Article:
Trauma Informed Care – What it Means and Why It Is Important
Trauma informed care or TIC is a critical part the substance abuse and mental health treatment process. While there’s no dedicated section of the Florida Certification Board curriculum for TIC, our understanding of trauma and how it relates to behavioral health care issues is always evolving. As we understand more about trauma and its effects, it is clear that substance abuse and associated trauma is a significant part of our jobs.
Trauma is an event or series of events that make a significant psychological impact or impression on person that may not only change their behavior, but can often lead to serious follow-on consequences. As a society, we are still not comfortable talking about most common forms of trauma including childhood abuse, sexual abuse and rape…even posttraumatic stress disorder or PTSD. In fact, our brains are very adept at compartmentalizing trauma – This is often why we see trauma survivors minimize or even deny the existence of their trauma and its effects. In fact, trauma is a leading cause of substance abuse and mental illness. It is a vicious cycle however as the behavioral issues can put the client in a position to experience more trauma and the added trauma can worsen behavioral issues.
A counselor’s job, as part of the larger trauma informed care program, is several fold:
- First, counselors must create a supportive and safe environment that allows the client to explore their trauma, its effects and how they intend to overcome it. Treating substance abuse or mental health issues without addressing the underlying trauma issues is a recipe for ineffective treatment and reduces the likelihood of long term positive results.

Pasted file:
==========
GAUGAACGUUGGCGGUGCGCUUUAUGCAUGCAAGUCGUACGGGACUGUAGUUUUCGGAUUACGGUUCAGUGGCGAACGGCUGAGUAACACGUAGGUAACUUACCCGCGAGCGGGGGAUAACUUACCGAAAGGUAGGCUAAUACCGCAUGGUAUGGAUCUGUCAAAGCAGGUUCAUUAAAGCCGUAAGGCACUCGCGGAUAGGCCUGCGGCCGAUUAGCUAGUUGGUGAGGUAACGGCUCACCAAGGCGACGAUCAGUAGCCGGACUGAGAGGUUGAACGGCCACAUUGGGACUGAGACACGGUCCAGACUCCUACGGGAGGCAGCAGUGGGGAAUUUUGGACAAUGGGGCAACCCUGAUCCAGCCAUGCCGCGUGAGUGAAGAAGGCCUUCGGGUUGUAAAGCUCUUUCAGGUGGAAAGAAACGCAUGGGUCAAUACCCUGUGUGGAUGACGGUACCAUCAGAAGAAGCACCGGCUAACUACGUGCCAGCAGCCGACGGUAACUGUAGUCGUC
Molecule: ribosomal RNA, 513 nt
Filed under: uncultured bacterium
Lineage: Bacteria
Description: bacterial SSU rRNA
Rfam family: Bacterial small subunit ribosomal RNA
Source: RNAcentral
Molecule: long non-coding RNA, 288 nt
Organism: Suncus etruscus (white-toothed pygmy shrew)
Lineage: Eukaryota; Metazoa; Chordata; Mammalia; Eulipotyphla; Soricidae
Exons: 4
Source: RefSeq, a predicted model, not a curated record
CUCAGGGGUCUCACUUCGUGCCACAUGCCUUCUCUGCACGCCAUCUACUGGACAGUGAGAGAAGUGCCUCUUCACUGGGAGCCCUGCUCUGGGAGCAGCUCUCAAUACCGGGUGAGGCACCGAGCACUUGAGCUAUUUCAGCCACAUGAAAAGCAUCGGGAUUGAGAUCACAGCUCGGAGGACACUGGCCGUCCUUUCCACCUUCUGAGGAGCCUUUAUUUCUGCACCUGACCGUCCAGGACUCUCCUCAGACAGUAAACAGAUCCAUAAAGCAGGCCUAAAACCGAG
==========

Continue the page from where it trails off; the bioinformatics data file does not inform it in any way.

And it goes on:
- Second, once the trauma has been identified, counselors have a responsibility to address it in a compassionate and empathetic way. There are instances, for example, when trauma is minimized or dismissed by the counselor, that can actually worsen the traumatic event and allows the client to relive it. This is called re-traumatization.
- Finally, counselors must work with their clients to implement long term strategies to address trauma, identify risk factors and assist clients in avoiding traumatic events in the future.
Trauma informed care is a process that requires buy-in from the counselor, the client and the facility as a whole. Everyone participating in the treatment process must understand the concept that trauma exists in the client population and special care must be taken and special policies created to address it appropriately. Combined with an effective substance abuse and mental health program, trauma informed care can improve long-term results.
The Academy for Addiction Professionals is proud to offer continuing education in trauma informed care. TIC is also an integral part of addiction counselor certification in Georgia.